The European Court of Justice (CJEU) has ruled that collectively agreed pay rises should not survive Transfer of Undertakings (Protection of Employment) (Tupe) regulations.
The decision in the case of Parkwood Leisure v Alemo-Herron brings an end to nearly three years of legal wranglings.
The court ruled in favour of the employer by applying a static interpretation to collectively negotiated pay terms, meaning that employees covered by industry or sector-wide bargaining, which is incorporated into their contracts of employment, are unlikely to remain entitled to increases in pay negotiated after transfer.
The case will return to the Supreme Court for a final decision as to how the CJEU’s conclusions fit with the UK Tupe regulations and the facts of the case.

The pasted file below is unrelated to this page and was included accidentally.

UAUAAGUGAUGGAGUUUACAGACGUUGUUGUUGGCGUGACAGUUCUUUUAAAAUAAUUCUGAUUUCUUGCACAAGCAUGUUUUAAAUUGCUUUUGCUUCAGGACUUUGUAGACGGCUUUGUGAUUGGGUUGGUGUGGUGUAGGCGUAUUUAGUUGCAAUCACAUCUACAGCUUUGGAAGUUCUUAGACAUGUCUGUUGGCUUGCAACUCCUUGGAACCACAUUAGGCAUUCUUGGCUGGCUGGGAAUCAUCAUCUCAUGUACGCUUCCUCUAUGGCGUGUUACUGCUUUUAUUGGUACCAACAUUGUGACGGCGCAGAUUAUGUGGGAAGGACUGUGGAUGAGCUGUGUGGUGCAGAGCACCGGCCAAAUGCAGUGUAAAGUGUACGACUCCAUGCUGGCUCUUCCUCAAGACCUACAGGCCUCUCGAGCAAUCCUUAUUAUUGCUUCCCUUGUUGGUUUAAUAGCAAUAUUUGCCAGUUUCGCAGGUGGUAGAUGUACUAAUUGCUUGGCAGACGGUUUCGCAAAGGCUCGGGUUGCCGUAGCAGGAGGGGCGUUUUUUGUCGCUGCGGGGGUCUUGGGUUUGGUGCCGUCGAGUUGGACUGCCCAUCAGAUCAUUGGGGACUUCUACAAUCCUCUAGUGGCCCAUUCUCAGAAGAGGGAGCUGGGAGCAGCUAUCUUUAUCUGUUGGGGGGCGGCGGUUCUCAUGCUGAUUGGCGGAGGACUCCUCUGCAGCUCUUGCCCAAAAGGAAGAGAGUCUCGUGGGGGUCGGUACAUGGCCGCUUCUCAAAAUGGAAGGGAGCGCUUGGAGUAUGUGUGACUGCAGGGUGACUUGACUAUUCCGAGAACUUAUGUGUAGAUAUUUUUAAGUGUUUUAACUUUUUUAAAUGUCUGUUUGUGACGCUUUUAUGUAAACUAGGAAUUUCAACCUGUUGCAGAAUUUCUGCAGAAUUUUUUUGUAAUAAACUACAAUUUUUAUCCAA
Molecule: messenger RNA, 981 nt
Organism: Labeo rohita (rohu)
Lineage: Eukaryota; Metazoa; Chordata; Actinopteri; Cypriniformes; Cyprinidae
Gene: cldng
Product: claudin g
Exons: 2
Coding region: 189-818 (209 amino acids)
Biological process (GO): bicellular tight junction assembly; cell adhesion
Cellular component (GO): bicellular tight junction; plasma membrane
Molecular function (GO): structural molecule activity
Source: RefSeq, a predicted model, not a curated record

Tom Bray, principal associate at law firm Eversheds, said: “The court confirmed that the TUPE directive does not solely aim to safeguard the interests of employees in the event of a transfer of an undertaking, but also seeks to ensure a fair balance between the interests of those employees, on the one hand, and those of the transferee, on the other.
“The expression of such an interpretation of the directive by CJEU is new. In the past, court emphasis in the context of business transfers has very much been upon protecting the interests of the employees.”